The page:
Recently I made a thing called
narwal. In essence, it’s a “lite wallet” for Sia, enabling you to
check your balance, send and receive siacoins, and even form and renew file contracts – all without downloading
the Sia blockchain.
That’s a reasonably-good explanation, but it’s missing a lot of important details. To tell the truth, I’ve found
it surprisingly difficult to condense what
narwal is into a single sentence, or even a
paragraph. So here’s a more long-winded description that will hopefully do it justice. We’ll proceed in top-down
fashion, with each section (hopefully) answering questions that arise after reading the previous section.
It’s a service that provides hosted
It’s a Sia full node that functions as a watch-only wallet server. You tell
walrus which addresses
you care about, and it watches the
Sia blockchain for those addresses. Then you can query
walrus for transactions involving your
addresses, outputs sent to your addresses, etc.
It’s not, really; it’s more like an Electrum server. A
walrus server by itself isn’t useful for
much, but you can couple it with a client application to create a fully-featured wallet.
Here’s one way to think of it. A wallet requires two things: the blockchain, and a set of private keys. You need
the blockchain in order to know which outputs you can spend, and you need private keys in order to sign
transactions that spend those outputs.
walrus handles the blockchain, and the client application
handles your private keys.
Okay. Let’s pretend that we have a single private key. We use that private key to generate an address, and we
walrus to watch the blockchain for it. Later, someone sends 10 SC to our address. This creates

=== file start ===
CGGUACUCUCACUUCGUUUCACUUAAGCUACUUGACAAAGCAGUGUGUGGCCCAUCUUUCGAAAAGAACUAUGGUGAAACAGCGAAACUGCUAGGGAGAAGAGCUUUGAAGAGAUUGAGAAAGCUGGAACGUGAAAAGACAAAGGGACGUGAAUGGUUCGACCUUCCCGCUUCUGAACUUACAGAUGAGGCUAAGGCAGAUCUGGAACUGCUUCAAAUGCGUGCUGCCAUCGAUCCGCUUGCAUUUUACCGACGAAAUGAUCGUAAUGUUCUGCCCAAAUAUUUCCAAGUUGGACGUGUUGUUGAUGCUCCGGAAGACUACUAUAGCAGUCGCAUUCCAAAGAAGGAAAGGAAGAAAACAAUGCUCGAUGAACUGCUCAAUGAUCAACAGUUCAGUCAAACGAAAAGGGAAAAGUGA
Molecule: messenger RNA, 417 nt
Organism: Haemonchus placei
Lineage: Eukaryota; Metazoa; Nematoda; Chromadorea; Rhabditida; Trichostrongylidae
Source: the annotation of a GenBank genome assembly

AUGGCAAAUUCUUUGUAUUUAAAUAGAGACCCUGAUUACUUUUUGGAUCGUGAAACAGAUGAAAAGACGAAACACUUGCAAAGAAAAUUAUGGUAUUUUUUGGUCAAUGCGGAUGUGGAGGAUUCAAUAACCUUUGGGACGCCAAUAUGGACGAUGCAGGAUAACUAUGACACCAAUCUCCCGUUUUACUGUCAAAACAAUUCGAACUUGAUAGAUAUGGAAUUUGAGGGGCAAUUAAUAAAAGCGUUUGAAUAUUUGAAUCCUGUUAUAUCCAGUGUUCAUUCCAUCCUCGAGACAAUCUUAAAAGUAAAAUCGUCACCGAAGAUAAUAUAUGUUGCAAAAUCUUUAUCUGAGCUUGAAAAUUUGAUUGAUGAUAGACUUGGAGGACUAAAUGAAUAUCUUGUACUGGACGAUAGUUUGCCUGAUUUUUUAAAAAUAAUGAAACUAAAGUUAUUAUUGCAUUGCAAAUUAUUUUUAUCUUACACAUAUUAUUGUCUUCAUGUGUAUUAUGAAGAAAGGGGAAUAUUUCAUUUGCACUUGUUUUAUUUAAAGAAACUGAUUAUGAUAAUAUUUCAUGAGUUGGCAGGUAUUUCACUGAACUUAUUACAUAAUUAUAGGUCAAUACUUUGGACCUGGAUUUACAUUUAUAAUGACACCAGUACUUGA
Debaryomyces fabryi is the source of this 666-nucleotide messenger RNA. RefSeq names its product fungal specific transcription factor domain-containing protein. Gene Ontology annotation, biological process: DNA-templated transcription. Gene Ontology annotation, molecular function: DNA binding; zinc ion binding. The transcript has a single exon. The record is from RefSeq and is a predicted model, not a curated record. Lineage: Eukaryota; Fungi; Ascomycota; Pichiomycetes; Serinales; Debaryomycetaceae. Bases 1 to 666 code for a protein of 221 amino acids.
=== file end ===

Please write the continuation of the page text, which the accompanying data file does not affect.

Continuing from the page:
an output worth 10 SC that we can spend using our private key.
walrus sees this transaction and
records the output; if we ask it for our current balance, it will say “10 SC.” Next, we want to create a
transaction that sends 5 SC to a friend, and returns the remaining 5 SC to our address. We query
walrus for the set of spendable outputs we control, and it replies with the 10 SC output. We can
then construct a transaction that spends this output, and sign it using our private key. Once we broadcast this
walrus will notice that the output has been spent, and remove it from our set of
spendable outputs. If we ask it for our balance again, it will say “5 SC.”
Well, that’s why there are client applications to handle all those details for you. When you use a client
application, you won’t see raw private keys or outputs; instead, you’ll see a nice graphical interface, much
like Electrum or Sia-UI. Currently there is only one client for
walrus (a CLI app called
walrus-cli), but a mobile app is also
The split is advantageous for two reasons.
First, one server can service multiple clients. Processing the blockchain takes lots of disk space, bandwidth,
and CPU time, so it’s more efficient to only do it once. You might run a
walrus server on your
desktop computer, for example, and run client applications on your laptop and phone. Or you might connect to a
narwal server that services hundreds or thousands of clients.
Second, it means that your private keys are only stored on the client. This reduces attack surface: if
someone hacks a
narwal server, they won’t be able to steal everyone’s wallets. It also allows for
flexibility in how the keys are generated and stored. You can derive your keys from a seed phrase on a Ledger
Nano S, or generate them in your phone’s secure enclave, or read them from tea leaves; the server doesn’t care.
narwal runs a
walrus server for you in The Cloud™. It’s
walrus-as-a-service! Alternatively, I suppose you could say that
narwal is “hosted,”